Ukraine, energy, inflation and Fed driving markets.
Heightened geopolitical risks from Russia, China and Iran have significantly shrouded the economic and market landscapes. Chief is the energy shock inflicted on the U.S. economy caused by Russia’s unprovoked invasion of Ukraine.
Energy crisis The price of crude oil (West Texas Intermediate, or WTI) nearly tripled from $34 to $90 per barrel over the past 16 months, partly due to the Biden administration’s climate policies. But over the past fortnight, it has soared another 30% to a 14-year high of $117, due to rampant fears of supply disruptions from Russia, one of the world’s three largest energy producers at about 10 million barrels per day. Lagging gasoline prices in the U.S. have soared 82% from $2.11 per gallon in November 2020 to more than $4 now, a negative trend sure to worsen in coming weeks and months.
Inflation soaring Nominal retail inflation hit a 40-year high of 7.5% year-over-year (y/y) in January 2022, while the core Consumer Price Index (CPI) also rose to a 40-year high of 6%. The core Personal Consumption Expenditure (PCE) index (the Fed’s preferred measure of inflation) hit a 39-year high of 5.2% y/y in January (more than double the Fed’s 2% target), a level we expect will rise to 6% in coming months.
Fed getting hawkish Having finally thrown in the proverbial towel on “transitory” inflation, the Federal Reserve appears to be laser-focused on this worsening inflation problem. We expect it to complete its bond-buying taper at its upcoming March 16 FOMC meeting and launch a series of six quarter-point hikes of the fed funds target range in 2022. The first hike is complicated by the war in Ukraine, without which we believe the Fed might have seriously considered a half-point rate hike. It likely also will lay the groundwork for shrinking its nearly $9 trillion balance sheet later this year.
Stagflation worries The combination of soaring energy prices and inflation amid a more hawkish turn in Fed policy has contributed to growing fears of “stagflation,” the combination of rising inflation and slower economic growth. While our base case is that the Fed will manage to stick a soft landing as officials reverse their so-called “wealth effect,” the bond market clearly needs some convincing. Bond vigilantes have narrowed the spread between 2- and 10-year Treasury yields from 160 basis points a year ago to 100 six months ago to around 25 today. Historically, as this relationship narrows, and eventually inverts, bond vigilantes believe the risk of recession grows.
Labor market still solid Nonfarm payrolls are strong, rising an average of 583,000 jobs per month over the last six months. Initial weekly jobless claims have declined 25% in the past two months to only 215,000 claims last week, and the ADP private payroll survey has added a monthly average of more than 540,000 jobs over the past half year.
Manufacturing also strong It is seeing increased activity across the board, as supply-chain bottlenecks are starting to ease and as inventory restocking has improved sharply. But the service portion of the economy has shown signs of softening. The personal savings rate normalized from nearly 27% last March to an 8-year low of 6.4% in January 2022, in line with its 6.7% average over the past quarter century. And the University of Michigan’s Consumer Sentiment Index fell to an 11-year low of 62.8 in February 2022, largely due to inflation worries.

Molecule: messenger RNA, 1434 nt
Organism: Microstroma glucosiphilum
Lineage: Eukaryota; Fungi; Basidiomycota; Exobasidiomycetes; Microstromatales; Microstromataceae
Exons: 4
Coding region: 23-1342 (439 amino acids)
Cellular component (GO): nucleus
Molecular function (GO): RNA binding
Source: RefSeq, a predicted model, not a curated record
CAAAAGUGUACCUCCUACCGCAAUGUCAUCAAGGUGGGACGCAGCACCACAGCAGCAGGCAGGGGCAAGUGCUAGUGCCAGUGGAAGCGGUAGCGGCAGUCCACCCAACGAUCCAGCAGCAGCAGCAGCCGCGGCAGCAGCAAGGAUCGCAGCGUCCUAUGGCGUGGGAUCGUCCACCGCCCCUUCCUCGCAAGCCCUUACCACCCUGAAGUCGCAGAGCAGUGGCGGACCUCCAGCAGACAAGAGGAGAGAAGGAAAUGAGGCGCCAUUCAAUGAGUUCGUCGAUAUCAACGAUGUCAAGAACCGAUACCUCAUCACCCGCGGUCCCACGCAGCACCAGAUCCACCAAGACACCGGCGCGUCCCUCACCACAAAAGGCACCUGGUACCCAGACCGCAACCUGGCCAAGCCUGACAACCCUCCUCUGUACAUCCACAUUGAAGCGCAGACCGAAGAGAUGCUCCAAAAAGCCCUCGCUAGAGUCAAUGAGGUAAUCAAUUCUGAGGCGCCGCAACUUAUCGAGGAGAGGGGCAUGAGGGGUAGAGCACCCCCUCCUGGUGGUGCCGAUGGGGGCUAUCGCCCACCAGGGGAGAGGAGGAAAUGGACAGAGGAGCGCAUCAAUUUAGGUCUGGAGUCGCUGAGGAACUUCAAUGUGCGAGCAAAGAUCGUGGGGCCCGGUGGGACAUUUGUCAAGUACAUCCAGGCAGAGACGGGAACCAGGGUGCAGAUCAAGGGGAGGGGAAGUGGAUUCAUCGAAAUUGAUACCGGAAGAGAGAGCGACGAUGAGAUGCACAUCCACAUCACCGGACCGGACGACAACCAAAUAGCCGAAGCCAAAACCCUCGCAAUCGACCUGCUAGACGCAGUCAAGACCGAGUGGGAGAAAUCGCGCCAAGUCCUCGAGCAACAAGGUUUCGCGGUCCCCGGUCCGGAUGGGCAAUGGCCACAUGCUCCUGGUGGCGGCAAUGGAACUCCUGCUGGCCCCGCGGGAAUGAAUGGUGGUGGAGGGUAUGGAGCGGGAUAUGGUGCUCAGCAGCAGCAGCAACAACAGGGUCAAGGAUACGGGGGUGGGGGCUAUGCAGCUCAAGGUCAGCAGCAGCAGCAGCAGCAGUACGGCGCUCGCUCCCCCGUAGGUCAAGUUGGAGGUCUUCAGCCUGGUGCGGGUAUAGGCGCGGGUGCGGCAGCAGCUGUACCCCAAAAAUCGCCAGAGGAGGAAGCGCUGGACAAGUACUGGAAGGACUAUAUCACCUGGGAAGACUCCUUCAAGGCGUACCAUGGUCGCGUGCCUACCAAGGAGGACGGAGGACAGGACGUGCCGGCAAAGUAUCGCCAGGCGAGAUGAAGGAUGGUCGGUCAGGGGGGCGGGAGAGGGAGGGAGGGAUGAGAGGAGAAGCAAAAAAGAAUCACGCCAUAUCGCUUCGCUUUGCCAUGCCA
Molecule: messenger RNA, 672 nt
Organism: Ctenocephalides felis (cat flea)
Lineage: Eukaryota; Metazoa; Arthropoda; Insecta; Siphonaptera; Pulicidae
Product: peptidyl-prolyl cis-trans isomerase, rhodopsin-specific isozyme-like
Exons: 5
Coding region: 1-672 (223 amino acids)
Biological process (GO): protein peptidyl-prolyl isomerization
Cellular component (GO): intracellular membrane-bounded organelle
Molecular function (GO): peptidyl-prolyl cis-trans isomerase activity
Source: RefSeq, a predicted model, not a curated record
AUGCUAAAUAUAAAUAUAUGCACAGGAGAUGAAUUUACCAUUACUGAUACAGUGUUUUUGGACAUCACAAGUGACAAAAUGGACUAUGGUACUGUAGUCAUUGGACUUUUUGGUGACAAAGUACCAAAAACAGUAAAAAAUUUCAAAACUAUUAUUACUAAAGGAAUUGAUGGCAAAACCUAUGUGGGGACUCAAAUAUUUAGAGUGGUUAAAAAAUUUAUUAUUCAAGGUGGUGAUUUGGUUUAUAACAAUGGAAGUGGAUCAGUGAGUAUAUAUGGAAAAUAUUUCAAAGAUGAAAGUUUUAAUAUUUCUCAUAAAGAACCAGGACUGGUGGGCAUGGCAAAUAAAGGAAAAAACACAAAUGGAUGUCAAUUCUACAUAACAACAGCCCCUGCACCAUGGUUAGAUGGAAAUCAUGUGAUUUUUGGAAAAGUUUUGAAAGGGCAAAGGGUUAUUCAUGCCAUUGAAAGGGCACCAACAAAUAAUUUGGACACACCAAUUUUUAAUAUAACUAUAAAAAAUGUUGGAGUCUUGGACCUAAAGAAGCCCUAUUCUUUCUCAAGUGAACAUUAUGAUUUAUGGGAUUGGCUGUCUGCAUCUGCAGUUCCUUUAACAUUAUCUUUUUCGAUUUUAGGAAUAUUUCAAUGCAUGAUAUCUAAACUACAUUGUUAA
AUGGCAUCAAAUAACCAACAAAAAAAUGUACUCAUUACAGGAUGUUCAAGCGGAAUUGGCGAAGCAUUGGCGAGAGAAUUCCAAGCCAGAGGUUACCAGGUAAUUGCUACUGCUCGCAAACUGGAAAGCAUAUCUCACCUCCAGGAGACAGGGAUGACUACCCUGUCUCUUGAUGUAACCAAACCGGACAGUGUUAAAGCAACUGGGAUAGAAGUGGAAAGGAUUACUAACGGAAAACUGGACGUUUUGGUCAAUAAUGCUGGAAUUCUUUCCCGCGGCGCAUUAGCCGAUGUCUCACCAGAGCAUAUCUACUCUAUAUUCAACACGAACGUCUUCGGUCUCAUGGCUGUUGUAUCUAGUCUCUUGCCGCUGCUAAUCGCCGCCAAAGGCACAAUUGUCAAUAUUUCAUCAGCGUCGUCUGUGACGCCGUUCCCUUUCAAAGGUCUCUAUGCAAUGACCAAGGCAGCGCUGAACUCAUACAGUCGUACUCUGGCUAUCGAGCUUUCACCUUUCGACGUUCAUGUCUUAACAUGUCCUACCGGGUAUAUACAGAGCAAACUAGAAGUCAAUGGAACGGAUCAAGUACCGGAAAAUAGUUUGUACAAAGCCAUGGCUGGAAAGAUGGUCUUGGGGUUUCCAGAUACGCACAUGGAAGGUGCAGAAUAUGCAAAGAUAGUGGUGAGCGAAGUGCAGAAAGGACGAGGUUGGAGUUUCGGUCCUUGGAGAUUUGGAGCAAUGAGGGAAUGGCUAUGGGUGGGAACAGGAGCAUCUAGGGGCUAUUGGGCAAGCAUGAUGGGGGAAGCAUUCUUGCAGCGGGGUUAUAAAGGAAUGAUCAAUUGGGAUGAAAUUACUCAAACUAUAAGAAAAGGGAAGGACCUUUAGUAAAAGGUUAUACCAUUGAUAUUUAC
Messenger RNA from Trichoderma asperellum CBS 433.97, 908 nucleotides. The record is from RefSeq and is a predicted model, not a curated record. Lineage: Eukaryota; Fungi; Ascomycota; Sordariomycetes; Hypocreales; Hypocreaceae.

In the past three weeks, 10-year Treasury yields plunged from 2.05% to around 1.67% in a sharp flight-to-safety trade and VIX more than doubled to 38. The S&P 500 has fallen more than 10% to start this volatile year. We’re not done yet, so buckle your seatbelts.
Adjusting our GDP estimates The fixed-income, liquidity, and equity investment professionals who comprise Federated Hermes’ macroeconomic policy committee met last week to discuss the Russia/Ukraine war and its impact on energy prices, inflation and Fed policy:
- The Commerce Department revised fourth quarter 2021 GDP up a tick to 7%, versus 2.3% in the third quarter. The full year remained unchanged at 5.7%.
- The surge in the Covid omicron variant, brutal winter weather, soaring energy prices and the highest inflation in 40 years could result in slower economic growth in the first quarter of 2022. So, we reduced our GDP growth estimate from to 3.5% to 2.3%. Blue Chip consensus lowered its from 3.3% to 1.8% (within a range of 0.4% to 3.3%). The Atlanta Fed’s GDPNow model has fallen from 1.7% in mid-February to near zero.
- We expect a solid rebound in “Mapril” spending in spring as omicron fears fade and inflation and supply-chain problems peak. But we anticipate the Fed will raise interest rates in March, May and June, so we trimmed our estimate of 4% to 3.6% in the second quarter. Blue Chip consensus raised its from 3.9% to 4% (range of 2.7% to 5.6%).
- As the Fed hikes interest rates and begins to shrink its balance sheet, growth could slow in the second half of 2022. We did not change our projection of 3% for the third quarter. But Blue Chip consensus lowered its from 3.3% to 3.2% (range of 2.4% to 4.3%).
- That slowdown should continue into year-end, so we reduced our estimate for the fourth quarter from 3% to 2.7%. Blue Chip consensus lowered its from 2.7% to 2.6% (range of 1.8% to 3.7%).
- We kept our full-year 2022 growth forecast at 3.8%. Blue Chip decreased its from 3.9% to 3.7% (range of 3.1% to 4.2%).
- We increased our full-year forecast for core CPI from 4.4% to 5% and for core PCE inflation from 3.8% to 4.3%.
- We set our first full-year 2023 GDP growth estimate at 2.4%. Blue Chip consensus left its unchanged at 2.6% (range of 2% to 3.2%).
- Our initial full-year 2023 forecast is 4% for core CPI and 3.5% for core PCE.